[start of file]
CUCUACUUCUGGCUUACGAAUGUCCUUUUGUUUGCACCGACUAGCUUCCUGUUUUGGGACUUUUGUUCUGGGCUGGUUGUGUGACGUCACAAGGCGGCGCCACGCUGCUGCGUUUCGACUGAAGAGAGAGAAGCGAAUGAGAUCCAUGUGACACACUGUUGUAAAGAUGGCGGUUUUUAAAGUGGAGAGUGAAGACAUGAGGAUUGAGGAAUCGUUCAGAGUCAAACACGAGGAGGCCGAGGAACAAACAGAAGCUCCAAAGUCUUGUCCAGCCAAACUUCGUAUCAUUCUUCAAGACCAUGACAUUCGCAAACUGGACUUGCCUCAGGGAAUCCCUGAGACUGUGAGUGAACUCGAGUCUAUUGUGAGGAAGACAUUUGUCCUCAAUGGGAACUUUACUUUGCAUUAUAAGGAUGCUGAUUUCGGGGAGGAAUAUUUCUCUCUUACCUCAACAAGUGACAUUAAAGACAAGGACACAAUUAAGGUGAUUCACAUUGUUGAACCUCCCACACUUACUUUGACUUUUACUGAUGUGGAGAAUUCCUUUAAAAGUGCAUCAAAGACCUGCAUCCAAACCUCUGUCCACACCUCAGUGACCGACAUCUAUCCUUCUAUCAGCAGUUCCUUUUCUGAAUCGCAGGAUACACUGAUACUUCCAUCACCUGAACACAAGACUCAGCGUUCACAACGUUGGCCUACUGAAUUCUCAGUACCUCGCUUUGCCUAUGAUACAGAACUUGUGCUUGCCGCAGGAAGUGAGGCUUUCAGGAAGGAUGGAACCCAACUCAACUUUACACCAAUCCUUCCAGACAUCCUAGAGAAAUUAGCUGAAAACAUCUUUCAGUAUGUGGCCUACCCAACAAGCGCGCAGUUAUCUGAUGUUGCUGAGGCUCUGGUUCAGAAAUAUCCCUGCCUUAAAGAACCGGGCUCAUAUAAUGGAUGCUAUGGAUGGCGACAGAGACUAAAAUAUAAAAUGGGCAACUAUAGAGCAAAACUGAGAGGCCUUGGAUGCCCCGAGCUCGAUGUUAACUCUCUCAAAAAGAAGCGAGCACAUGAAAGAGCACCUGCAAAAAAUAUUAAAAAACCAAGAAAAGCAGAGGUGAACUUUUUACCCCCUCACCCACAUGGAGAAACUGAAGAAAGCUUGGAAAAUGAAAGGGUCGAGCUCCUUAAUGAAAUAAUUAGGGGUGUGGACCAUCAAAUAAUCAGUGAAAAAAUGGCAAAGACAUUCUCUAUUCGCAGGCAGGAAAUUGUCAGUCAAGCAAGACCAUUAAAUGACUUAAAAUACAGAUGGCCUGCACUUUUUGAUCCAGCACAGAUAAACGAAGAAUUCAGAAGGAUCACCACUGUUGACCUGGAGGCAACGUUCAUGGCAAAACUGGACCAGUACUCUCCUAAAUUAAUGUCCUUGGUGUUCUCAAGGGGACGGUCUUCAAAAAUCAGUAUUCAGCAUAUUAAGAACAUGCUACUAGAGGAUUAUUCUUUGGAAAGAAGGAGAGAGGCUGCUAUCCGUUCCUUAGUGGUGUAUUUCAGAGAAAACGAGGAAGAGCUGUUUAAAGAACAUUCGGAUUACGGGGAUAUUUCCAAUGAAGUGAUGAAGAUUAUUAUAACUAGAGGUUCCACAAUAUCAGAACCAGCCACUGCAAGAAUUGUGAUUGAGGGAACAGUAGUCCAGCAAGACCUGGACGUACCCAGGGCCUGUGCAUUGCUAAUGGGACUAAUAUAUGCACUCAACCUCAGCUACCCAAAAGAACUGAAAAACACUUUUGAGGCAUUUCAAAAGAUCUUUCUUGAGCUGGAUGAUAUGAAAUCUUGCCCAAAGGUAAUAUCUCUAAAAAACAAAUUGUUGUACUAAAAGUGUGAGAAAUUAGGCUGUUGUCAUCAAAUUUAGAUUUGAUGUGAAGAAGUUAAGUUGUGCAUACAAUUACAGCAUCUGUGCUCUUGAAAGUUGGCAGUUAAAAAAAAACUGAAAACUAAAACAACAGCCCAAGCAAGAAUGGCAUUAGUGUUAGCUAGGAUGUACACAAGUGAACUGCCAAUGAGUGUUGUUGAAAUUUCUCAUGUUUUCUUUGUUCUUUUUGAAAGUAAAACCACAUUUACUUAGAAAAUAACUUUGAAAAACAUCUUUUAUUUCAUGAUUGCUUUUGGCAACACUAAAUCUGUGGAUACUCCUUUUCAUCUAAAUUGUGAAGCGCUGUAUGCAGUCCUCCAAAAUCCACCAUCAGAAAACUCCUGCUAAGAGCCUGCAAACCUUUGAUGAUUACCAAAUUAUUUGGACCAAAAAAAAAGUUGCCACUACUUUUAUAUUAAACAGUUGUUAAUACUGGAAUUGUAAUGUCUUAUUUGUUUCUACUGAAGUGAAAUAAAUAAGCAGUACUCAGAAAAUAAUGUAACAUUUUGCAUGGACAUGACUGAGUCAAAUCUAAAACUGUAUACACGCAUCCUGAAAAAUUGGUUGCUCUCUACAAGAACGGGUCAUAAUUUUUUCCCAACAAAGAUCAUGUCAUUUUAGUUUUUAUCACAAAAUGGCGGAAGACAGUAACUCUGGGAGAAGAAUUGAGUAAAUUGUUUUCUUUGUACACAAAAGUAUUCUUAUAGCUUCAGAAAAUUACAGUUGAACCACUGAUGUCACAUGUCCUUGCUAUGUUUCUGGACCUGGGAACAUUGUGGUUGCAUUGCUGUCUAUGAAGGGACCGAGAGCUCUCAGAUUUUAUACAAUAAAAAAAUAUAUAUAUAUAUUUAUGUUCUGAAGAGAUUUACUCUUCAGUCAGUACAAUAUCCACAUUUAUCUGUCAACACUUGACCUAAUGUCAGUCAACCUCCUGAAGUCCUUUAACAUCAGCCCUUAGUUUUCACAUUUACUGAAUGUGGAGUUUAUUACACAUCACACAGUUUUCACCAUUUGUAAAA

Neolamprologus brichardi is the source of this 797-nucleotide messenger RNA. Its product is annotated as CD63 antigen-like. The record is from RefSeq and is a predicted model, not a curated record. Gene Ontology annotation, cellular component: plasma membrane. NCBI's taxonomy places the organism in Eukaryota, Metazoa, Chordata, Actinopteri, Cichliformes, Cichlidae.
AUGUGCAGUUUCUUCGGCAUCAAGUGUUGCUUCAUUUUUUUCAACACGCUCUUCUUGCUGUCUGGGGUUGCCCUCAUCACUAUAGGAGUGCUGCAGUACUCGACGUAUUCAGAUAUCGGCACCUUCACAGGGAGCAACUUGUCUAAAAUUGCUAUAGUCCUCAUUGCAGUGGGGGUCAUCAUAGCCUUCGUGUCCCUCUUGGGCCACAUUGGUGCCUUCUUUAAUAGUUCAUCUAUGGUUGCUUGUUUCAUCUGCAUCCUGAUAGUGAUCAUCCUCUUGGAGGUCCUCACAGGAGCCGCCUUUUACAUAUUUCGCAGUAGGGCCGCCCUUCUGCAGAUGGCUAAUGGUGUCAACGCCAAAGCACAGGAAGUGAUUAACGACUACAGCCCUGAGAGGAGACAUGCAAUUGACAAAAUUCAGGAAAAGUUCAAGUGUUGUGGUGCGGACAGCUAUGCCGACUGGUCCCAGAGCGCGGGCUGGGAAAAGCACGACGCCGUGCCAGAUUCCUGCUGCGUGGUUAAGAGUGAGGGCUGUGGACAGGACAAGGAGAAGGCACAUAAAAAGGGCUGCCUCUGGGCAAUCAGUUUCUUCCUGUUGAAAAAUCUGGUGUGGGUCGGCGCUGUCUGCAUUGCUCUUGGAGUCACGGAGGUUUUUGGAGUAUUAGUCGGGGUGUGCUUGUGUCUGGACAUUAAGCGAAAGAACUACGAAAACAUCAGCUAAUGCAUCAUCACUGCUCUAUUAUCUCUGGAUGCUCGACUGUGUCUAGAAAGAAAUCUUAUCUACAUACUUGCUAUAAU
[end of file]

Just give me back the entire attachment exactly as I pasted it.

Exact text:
CUCUACUUCUGGCUUACGAAUGUCCUUUUGUUUGCACCGACUAGCUUCCUGUUUUGGGACUUUUGUUCUGGGCUGGUUGUGUGACGUCACAAGGCGGCGCCACGCUGCUGCGUUUCGACUGAAGAGAGAGAAGCGAAUGAGAUCCAUGUGACACACUGUUGUAAAGAUGGCGGUUUUUAAAGUGGAGAGUGAAGACAUGAGGAUUGAGGAAUCGUUCAGAGUCAAACACGAGGAGGCCGAGGAACAAACAGAAGCUCCAAAGUCUUGUCCAGCCAAACUUCGUAUCAUUCUUCAAGACCAUGACAUUCGCAAACUGGACUUGCCUCAGGGAAUCCCUGAGACUGUGAGUGAACUCGAGUCUAUUGUGAGGAAGACAUUUGUCCUCAAUGGGAACUUUACUUUGCAUUAUAAGGAUGCUGAUUUCGGGGAGGAAUAUUUCUCUCUUACCUCAACAAGUGACAUUAAAGACAAGGACACAAUUAAGGUGAUUCACAUUGUUGAACCUCCCACACUUACUUUGACUUUUACUGAUGUGGAGAAUUCCUUUAAAAGUGCAUCAAAGACCUGCAUCCAAACCUCUGUCCACACCUCAGUGACCGACAUCUAUCCUUCUAUCAGCAGUUCCUUUUCUGAAUCGCAGGAUACACUGAUACUUCCAUCACCUGAACACAAGACUCAGCGUUCACAACGUUGGCCUACUGAAUUCUCAGUACCUCGCUUUGCCUAUGAUACAGAACUUGUGCUUGCCGCAGGAAGUGAGGCUUUCAGGAAGGAUGGAACCCAACUCAACUUUACACCAAUCCUUCCAGACAUCCUAGAGAAAUUAGCUGAAAACAUCUUUCAGUAUGUGGCCUACCCAACAAGCGCGCAGUUAUCUGAUGUUGCUGAGGCUCUGGUUCAGAAAUAUCCCUGCCUUAAAGAACCGGGCUCAUAUAAUGGAUGCUAUGGAUGGCGACAGAGACUAAAAUAUAAAAUGGGCAACUAUAGAGCAAAACUGAGAGGCCUUGGAUGCCCCGAGCUCGAUGUUAACUCUCUCAAAAAGAAGCGAGCACAUGAAAGAGCACCUGCAAAAAAUAUUAAAAAACCAAGAAAAGCAGAGGUGAACUUUUUACCCCCUCACCCACAUGGAGAAACUGAAGAAAGCUUGGAAAAUGAAAGGGUCGAGCUCCUUAAUGAAAUAAUUAGGGGUGUGGACCAUCAAAUAAUCAGUGAAAAAAUGGCAAAGACAUUCUCUAUUCGCAGGCAGGAAAUUGUCAGUCAAGCAAGACCAUUAAAUGACUUAAAAUACAGAUGGCCUGCACUUUUUGAUCCAGCACAGAUAAACGAAGAAUUCAGAAGGAUCACCACUGUUGACCUGGAGGCAACGUUCAUGGCAAAACUGGACCAGUACUCUCCUAAAUUAAUGUCCUUGGUGUUCUCAAGGGGACGGUCUUCAAAAAUCAGUAUUCAGCAUAUUAAGAACAUGCUACUAGAGGAUUAUUCUUUGGAAAGAAGGAGAGAGGCUGCUAUCCGUUCCUUAGUGGUGUAUUUCAGAGAAAACGAGGAAGAGCUGUUUAAAGAACAUUCGGAUUACGGGGAUAUUUCCAAUGAAGUGAUGAAGAUUAUUAUAACUAGAGGUUCCACAAUAUCAGAACCAGCCACUGCAAGAAUUGUGAUUGAGGGAACAGUAGUCCAGCAAGACCUGGACGUACCCAGGGCCUGUGCAUUGCUAAUGGGACUAAUAUAUGCACUCAACCUCAGCUACCCAAAAGAACUGAAAAACACUUUUGAGGCAUUUCAAAAGAUCUUUCUUGAGCUGGAUGAUAUGAAAUCUUGCCCAAAGGUAAUAUCUCUAAAAAACAAAUUGUUGUACUAAAAGUGUGAGAAAUUAGGCUGUUGUCAUCAAAUUUAGAUUUGAUGUGAAGAAGUUAAGUUGUGCAUACAAUUACAGCAUCUGUGCUCUUGAAAGUUGGCAGUUAAAAAAAAACUGAAAACUAAAACAACAGCCCAAGCAAGAAUGGCAUUAGUGUUAGCUAGGAUGUACACAAGUGAACUGCCAAUGAGUGUUGUUGAAAUUUCUCAUGUUUUCUUUGUUCUUUUUGAAAGUAAAACCACAUUUACUUAGAAAAUAACUUUGAAAAACAUCUUUUAUUUCAUGAUUGCUUUUGGCAACACUAAAUCUGUGGAUACUCCUUUUCAUCUAAAUUGUGAAGCGCUGUAUGCAGUCCUCCAAAAUCCACCAUCAGAAAACUCCUGCUAAGAGCCUGCAAACCUUUGAUGAUUACCAAAUUAUUUGGACCAAAAAAAAAGUUGCCACUACUUUUAUAUUAAACAGUUGUUAAUACUGGAAUUGUAAUGUCUUAUUUGUUUCUACUGAAGUGAAAUAAAUAAGCAGUACUCAGAAAAUAAUGUAACAUUUUGCAUGGACAUGACUGAGUCAAAUCUAAAACUGUAUACACGCAUCCUGAAAAAUUGGUUGCUCUCUACAAGAACGGGUCAUAAUUUUUUCCCAACAAAGAUCAUGUCAUUUUAGUUUUUAUCACAAAAUGGCGGAAGACAGUAACUCUGGGAGAAGAAUUGAGUAAAUUGUUUUCUUUGUACACAAAAGUAUUCUUAUAGCUUCAGAAAAUUACAGUUGAACCACUGAUGUCACAUGUCCUUGCUAUGUUUCUGGACCUGGGAACAUUGUGGUUGCAUUGCUGUCUAUGAAGGGACCGAGAGCUCUCAGAUUUUAUACAAUAAAAAAAUAUAUAUAUAUAUUUAUGUUCUGAAGAGAUUUACUCUUCAGUCAGUACAAUAUCCACAUUUAUCUGUCAACACUUGACCUAAUGUCAGUCAACCUCCUGAAGUCCUUUAACAUCAGCCCUUAGUUUUCACAUUUACUGAAUGUGGAGUUUAUUACACAUCACACAGUUUUCACCAUUUGUAAAA

Neolamprologus brichardi is the source of this 797-nucleotide messenger RNA. Its product is annotated as CD63 antigen-like. The record is from RefSeq and is a predicted model, not a curated record. Gene Ontology annotation, cellular component: plasma membrane. NCBI's taxonomy places the organism in Eukaryota, Metazoa, Chordata, Actinopteri, Cichliformes, Cichlidae.
AUGUGCAGUUUCUUCGGCAUCAAGUGUUGCUUCAUUUUUUUCAACACGCUCUUCUUGCUGUCUGGGGUUGCCCUCAUCACUAUAGGAGUGCUGCAGUACUCGACGUAUUCAGAUAUCGGCACCUUCACAGGGAGCAACUUGUCUAAAAUUGCUAUAGUCCUCAUUGCAGUGGGGGUCAUCAUAGCCUUCGUGUCCCUCUUGGGCCACAUUGGUGCCUUCUUUAAUAGUUCAUCUAUGGUUGCUUGUUUCAUCUGCAUCCUGAUAGUGAUCAUCCUCUUGGAGGUCCUCACAGGAGCCGCCUUUUACAUAUUUCGCAGUAGGGCCGCCCUUCUGCAGAUGGCUAAUGGUGUCAACGCCAAAGCACAGGAAGUGAUUAACGACUACAGCCCUGAGAGGAGACAUGCAAUUGACAAAAUUCAGGAAAAGUUCAAGUGUUGUGGUGCGGACAGCUAUGCCGACUGGUCCCAGAGCGCGGGCUGGGAAAAGCACGACGCCGUGCCAGAUUCCUGCUGCGUGGUUAAGAGUGAGGGCUGUGGACAGGACAAGGAGAAGGCACAUAAAAAGGGCUGCCUCUGGGCAAUCAGUUUCUUCCUGUUGAAAAAUCUGGUGUGGGUCGGCGCUGUCUGCAUUGCUCUUGGAGUCACGGAGGUUUUUGGAGUAUUAGUCGGGGUGUGCUUGUGUCUGGACAUUAAGCGAAAGAACUACGAAAACAUCAGCUAAUGCAUCAUCACUGCUCUAUUAUCUCUGGAUGCUCGACUGUGUCUAGAAAGAAAUCUUAUCUACAUACUUGCUAUAAU